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Al Varela: If “Drivers License” convinced me that Olivia Rodrigo was someone to look out for, “Good 4 U” convinced me that she is a star. We’re exactly at the point where this kind of pop-rock is nostalgic and in need of a comeback, and she delivers in spades. It takes the angrier emotions of her breakup and lashes them out against a great guitar groove and an unforgettable hook. It’s exactly the kind of teenage breakup song that will soundtrack so many people dealing with shitty exes and let out that catharsis. Sure it’s very high school, but sometimes we gotta allow ourselves to revert back to that time in our lives where every emotion felt like the end of the world. 
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Thomas Inskeep: You’re just a sk8er boi, she said “see ya later boy.”
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Andy Hutchins: “LIKE A DAMN SOCIOPATH!” is so good, so cathartic as vindication for the archetypally vindictive character Olivia Rodrigo is playing here — and that billions of human beings can identify with — that I’m not sure any other analysis of “Good 4 U” truly matters. That line can strikes anyone who hasn’t understood an ex in the ex post facto portion of a breakup, will sear for decades as delivered to close this song, and will be roared at the concerts Rodrigo will thrill at this summer. Heretical though it may be to say this, I think it probably eclipses any single line that Taylor Swift mustered on her teenager-era albums, though your mileage may vary on whether Dan Nigro as co-writer is more of an assist than the helping pen Liz Rose lent those early Swift works. But of course “Good 4 U” is the rare Rodrigo song that mostly is not stealing from Swift, instead splicing together about as much from a certain breakthrough by Hayley Williams and the brothers Farro as can be done without the miserable business of giving a writing credit. And while it sidesteps the slut-shaming that Williams eventually deemed too toxic to make “Misery Business” worth continuing to perform live, “Good 4 U” suffers a bit in comparison from turning some of its hurricane intensity inward: The portion of Rodrigo’s passive-aggressive lyrics that sound as though they could be delivered in parenthesis (“If you even cared to ask”) sound like setup for the final haymaker on repeat listens, and “Your apathy’s like a wound in salt” just doesn’t work. Hayley is fucking stoked to win her man: “I watched my wildest dreams come true/Not one of them IN-VOL-VIIIIING” soars to somewhere in low Earth orbit, guitar and drums duel, and then comes the final version of the chorus that gives each piece of the symphony its shine. Rodrigo doesn’t have the rocker’s pipes to match that sort of rousing celebration of self, though, and “Good 4 U” doesn’t really want to put the flames to her own feet for not moving on: It’s more fun to wallow, even if that allows little forward motion. It’s just that that traction has a price, artistically: “LIKE A DAMN SOCIOPATH!” is a hot line, and “Good 4 U” a hot song I have no problem forecasting as the front-runner for Song of the Summer, but it’s still a pretender to the throne it aspires to swipe.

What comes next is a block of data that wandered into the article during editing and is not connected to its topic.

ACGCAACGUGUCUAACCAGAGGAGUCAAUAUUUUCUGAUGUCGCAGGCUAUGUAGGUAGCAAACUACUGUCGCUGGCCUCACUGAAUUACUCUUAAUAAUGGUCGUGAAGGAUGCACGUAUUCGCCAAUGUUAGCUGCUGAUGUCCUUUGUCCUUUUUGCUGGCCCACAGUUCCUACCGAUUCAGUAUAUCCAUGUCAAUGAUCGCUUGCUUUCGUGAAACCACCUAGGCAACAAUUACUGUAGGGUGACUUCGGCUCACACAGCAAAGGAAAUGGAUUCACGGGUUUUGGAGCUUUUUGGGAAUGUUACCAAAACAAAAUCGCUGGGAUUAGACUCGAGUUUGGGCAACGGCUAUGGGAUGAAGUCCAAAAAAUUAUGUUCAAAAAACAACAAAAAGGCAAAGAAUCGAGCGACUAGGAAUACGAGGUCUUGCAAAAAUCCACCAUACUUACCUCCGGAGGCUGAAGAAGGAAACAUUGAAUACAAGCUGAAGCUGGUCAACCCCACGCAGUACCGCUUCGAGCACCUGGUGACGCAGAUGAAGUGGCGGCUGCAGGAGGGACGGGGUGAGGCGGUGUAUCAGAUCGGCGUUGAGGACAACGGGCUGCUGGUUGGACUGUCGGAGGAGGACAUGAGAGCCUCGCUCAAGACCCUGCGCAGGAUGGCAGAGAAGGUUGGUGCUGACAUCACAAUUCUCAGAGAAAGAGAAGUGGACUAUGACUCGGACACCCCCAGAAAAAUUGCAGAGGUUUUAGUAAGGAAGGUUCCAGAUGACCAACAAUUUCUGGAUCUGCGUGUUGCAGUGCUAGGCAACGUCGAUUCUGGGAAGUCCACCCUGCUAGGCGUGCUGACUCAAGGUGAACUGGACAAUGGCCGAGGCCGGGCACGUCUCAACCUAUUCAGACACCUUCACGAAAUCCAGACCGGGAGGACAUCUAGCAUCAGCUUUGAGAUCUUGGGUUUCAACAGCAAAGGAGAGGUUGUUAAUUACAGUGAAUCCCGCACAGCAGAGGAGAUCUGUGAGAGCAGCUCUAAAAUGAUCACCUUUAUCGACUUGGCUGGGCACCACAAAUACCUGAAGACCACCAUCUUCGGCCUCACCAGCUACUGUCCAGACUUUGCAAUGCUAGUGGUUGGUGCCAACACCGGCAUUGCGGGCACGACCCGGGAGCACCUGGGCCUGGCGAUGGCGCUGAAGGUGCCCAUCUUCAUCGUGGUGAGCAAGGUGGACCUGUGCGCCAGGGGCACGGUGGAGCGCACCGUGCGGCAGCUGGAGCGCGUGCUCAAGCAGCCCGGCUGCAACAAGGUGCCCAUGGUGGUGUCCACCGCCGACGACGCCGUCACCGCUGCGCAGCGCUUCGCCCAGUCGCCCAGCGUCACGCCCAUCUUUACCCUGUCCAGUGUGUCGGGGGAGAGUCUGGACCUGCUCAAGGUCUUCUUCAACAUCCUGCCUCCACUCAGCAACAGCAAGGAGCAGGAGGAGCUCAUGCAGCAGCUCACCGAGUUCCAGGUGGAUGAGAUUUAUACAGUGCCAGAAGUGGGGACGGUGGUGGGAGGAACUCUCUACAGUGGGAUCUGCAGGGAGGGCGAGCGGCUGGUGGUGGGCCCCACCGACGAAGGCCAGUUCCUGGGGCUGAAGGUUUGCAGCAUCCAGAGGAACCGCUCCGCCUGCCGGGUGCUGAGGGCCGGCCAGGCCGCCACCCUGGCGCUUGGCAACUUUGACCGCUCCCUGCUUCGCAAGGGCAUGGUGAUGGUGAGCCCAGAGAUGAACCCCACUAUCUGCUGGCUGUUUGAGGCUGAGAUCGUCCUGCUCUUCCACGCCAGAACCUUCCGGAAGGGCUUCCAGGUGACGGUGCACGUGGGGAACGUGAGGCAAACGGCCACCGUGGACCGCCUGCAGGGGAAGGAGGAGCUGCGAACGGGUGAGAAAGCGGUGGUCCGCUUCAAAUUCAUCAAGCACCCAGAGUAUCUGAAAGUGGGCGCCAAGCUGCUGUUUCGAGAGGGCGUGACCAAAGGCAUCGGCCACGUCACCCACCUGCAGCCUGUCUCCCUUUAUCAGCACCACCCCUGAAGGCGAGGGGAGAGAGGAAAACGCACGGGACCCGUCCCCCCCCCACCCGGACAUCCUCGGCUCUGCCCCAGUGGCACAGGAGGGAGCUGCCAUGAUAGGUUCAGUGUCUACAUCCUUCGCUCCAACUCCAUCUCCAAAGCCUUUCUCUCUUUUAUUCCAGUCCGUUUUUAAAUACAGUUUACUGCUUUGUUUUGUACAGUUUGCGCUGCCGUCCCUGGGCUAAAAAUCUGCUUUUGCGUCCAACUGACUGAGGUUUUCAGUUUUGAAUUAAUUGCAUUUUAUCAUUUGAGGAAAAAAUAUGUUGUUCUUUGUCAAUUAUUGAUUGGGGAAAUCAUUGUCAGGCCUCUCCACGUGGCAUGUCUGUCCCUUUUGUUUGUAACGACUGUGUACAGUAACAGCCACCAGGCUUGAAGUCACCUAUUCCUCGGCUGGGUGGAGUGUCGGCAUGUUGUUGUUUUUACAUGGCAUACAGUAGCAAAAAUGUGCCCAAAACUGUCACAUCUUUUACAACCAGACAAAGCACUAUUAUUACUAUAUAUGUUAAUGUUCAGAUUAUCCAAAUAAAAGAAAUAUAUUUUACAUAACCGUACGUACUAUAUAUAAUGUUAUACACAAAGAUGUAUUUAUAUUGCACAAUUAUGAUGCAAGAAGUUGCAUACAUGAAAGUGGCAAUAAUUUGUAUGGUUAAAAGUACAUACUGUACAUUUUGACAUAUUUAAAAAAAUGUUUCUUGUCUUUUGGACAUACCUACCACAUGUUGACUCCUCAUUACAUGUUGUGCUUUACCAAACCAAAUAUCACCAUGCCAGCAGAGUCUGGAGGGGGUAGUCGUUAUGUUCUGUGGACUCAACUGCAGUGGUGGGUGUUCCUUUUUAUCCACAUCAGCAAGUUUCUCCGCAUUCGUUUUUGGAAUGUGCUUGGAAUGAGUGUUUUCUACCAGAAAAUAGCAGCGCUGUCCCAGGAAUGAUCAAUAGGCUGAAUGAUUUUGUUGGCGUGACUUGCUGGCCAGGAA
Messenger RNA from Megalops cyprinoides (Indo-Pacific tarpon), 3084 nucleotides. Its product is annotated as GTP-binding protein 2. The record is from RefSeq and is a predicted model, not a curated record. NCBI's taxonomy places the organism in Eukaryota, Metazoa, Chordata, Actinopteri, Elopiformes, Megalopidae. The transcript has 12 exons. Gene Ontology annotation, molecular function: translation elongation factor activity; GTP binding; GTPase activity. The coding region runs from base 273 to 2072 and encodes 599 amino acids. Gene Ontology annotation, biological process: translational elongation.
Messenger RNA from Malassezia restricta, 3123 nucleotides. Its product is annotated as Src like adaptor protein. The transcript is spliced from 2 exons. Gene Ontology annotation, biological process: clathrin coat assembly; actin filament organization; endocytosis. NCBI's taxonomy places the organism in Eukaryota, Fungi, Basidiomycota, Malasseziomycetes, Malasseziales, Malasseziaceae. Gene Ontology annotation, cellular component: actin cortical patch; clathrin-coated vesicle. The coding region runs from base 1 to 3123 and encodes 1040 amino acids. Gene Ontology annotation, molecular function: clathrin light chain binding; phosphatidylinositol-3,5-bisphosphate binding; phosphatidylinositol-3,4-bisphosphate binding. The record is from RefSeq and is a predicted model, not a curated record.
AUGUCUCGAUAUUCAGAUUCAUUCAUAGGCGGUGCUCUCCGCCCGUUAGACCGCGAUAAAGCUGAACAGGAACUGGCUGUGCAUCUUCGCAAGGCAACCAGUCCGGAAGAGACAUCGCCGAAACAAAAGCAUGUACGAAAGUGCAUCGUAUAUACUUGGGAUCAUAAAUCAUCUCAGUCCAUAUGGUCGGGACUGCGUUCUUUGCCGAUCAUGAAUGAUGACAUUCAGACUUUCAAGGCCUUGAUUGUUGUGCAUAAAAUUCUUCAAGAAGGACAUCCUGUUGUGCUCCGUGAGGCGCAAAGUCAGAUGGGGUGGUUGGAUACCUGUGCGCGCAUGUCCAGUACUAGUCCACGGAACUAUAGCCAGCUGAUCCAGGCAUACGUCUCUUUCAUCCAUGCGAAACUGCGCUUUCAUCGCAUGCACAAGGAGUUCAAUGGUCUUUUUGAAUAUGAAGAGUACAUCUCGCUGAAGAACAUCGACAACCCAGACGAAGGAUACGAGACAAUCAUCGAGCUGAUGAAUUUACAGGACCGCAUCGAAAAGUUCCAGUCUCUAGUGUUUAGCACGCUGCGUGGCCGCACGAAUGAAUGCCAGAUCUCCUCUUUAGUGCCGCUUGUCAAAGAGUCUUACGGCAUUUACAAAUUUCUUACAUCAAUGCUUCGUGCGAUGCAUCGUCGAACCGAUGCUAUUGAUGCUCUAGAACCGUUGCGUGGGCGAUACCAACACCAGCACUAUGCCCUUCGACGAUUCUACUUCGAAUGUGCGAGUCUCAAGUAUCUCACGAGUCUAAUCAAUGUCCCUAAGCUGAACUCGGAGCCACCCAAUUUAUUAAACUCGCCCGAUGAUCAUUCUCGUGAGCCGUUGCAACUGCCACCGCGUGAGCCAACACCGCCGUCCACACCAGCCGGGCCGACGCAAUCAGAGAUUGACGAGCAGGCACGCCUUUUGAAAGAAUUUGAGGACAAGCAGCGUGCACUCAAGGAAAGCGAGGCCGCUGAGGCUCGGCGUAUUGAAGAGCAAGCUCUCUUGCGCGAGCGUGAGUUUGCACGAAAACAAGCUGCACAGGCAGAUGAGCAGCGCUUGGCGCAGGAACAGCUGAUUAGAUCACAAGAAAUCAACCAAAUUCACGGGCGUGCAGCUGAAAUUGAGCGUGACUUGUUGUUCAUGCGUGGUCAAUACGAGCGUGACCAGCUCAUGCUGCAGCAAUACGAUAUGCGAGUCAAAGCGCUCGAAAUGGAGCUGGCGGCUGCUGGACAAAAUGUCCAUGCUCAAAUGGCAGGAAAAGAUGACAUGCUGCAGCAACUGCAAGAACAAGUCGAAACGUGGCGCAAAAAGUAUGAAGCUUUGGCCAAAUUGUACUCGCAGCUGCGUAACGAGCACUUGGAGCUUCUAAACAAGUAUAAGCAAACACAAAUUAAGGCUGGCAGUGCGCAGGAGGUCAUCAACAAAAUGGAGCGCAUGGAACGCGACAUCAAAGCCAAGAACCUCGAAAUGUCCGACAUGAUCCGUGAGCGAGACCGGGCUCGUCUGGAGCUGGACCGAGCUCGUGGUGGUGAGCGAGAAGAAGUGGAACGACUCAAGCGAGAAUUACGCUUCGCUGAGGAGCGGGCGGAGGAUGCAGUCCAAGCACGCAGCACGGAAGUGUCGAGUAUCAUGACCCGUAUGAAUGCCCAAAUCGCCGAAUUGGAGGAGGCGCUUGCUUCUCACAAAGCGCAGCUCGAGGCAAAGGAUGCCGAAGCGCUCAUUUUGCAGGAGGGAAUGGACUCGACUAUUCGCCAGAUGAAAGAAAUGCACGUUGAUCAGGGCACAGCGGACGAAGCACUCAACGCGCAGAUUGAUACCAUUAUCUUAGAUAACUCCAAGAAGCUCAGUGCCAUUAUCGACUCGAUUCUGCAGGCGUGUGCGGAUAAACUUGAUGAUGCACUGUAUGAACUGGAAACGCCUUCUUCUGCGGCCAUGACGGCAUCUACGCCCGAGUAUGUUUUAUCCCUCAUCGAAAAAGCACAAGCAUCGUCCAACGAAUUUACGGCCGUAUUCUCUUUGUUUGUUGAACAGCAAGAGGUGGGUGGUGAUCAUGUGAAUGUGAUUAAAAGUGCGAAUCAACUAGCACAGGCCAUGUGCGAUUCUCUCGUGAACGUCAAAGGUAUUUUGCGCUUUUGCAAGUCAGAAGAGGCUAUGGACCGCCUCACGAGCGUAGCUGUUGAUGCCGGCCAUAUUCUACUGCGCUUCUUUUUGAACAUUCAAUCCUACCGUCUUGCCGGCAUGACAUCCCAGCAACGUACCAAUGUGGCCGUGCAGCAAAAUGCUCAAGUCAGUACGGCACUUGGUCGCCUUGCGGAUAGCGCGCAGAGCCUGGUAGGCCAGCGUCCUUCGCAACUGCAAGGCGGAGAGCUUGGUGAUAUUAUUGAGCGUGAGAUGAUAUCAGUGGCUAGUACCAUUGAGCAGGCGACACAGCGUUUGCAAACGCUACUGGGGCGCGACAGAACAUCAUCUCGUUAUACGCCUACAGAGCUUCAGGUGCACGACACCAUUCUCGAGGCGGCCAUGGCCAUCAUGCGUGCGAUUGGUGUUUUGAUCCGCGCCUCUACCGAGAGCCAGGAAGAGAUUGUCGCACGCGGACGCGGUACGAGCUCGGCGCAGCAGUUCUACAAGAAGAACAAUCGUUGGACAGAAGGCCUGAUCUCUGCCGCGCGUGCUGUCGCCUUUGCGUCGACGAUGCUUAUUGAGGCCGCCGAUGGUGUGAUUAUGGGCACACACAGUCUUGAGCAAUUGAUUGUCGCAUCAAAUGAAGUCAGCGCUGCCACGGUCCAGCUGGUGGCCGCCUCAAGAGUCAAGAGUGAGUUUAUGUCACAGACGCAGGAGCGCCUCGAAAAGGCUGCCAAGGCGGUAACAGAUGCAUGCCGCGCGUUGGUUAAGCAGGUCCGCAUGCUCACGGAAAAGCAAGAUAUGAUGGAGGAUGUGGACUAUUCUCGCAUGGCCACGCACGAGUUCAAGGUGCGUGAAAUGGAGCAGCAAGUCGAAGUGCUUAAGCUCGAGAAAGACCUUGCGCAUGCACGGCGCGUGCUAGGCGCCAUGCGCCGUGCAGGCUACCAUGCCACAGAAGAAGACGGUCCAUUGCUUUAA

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Jacob Sujin Kuppermann: It feels obvious to write about how good Rodrigo’s vocal performance here is; she hits every point within the post-breakup emotional matrix here and sells them ruthlessly. There’s something of Debbie Harry at Blondie’s most insouciant in the way she occupies the dual position of ironic commentator and full, un-ironic embodier of feeling, the ambiguity clear in the desperation of the sing-talk on the second verse. Unlike on “Drivers License,” where irony would diminish the melodrama, it here serves as another layer of acid — she knows that it’s not that deep, but she’s pissed off regardless. And yet when I think about “Good 4 U” I most of all think of Dan Nigro and Alexander 23’s production work as perfect set dressing. It’s the precision of the bass and the chrome of the guitars, sure, but it’s also a thousand other little details in the mix, in the slight percussive downwards synth line accentuating the second verse or the overdrive on Rodrigo’s vocals. It’s not quite pop punk in its stylings — it’s better, a perfect backdrop for Rodrigo’s performance.
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Alex Clifton: https://youtu.be/7pGV2HnS0v8
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Danilo Bortoli: Sour has inspired a ton of pieces on the generational gap between millennials and Gen Z. They all attest the obvious: the gap exists and, somehow, Olivia Rodrigo is the natural scapegoat to some sort of nostalgia for the 00s. These pieces display the hideous trend to arrogantly downplay a newer generation’s ethos, with two glorious exceptions being Lindsay Zoladz’s take about lower-case girls, and this particular TikTok (ha) tackling millennial anxiety. The answer may be not to put the focus on nostalgia itself, which, as we know, is 70% not exactly nostalgia, bust just thinking something was really cool back then. Yet, listening to her with the ears of an irritable and hopeless twenty-something is irresistible. That said, a lot of the Discourse™ on “Good 4 U” has been centered around how it sounds like Paramore, and even how it is a repacking of riot grrrl. Rodrigo here may sound like a Hollywood Records signee, but that is not the most important thing. It’s her defiance and range: “I guess that therapist I found for you, it really helped” cuts deep just as the bridge which, just like in Taylor’s songs, is essential for escalating the angst. The wall of sound reminds me, remotely, and this is a stretch, of Big Black. The wit, “Since U Been Gone.” The trick is that she knows this is all good, old pastiche. It works, well, mainly because people like me enjoy being nostalgic towards the start of a decade. Maybe that is just people collectively realizing the passage of time – in other words, that they have aged. That is why maybe I may need songs like this one. One more time, pop music is a source of escapism for the disillusioned. The thing is, maybe I’m the one who needs a therapist. God, what a twist.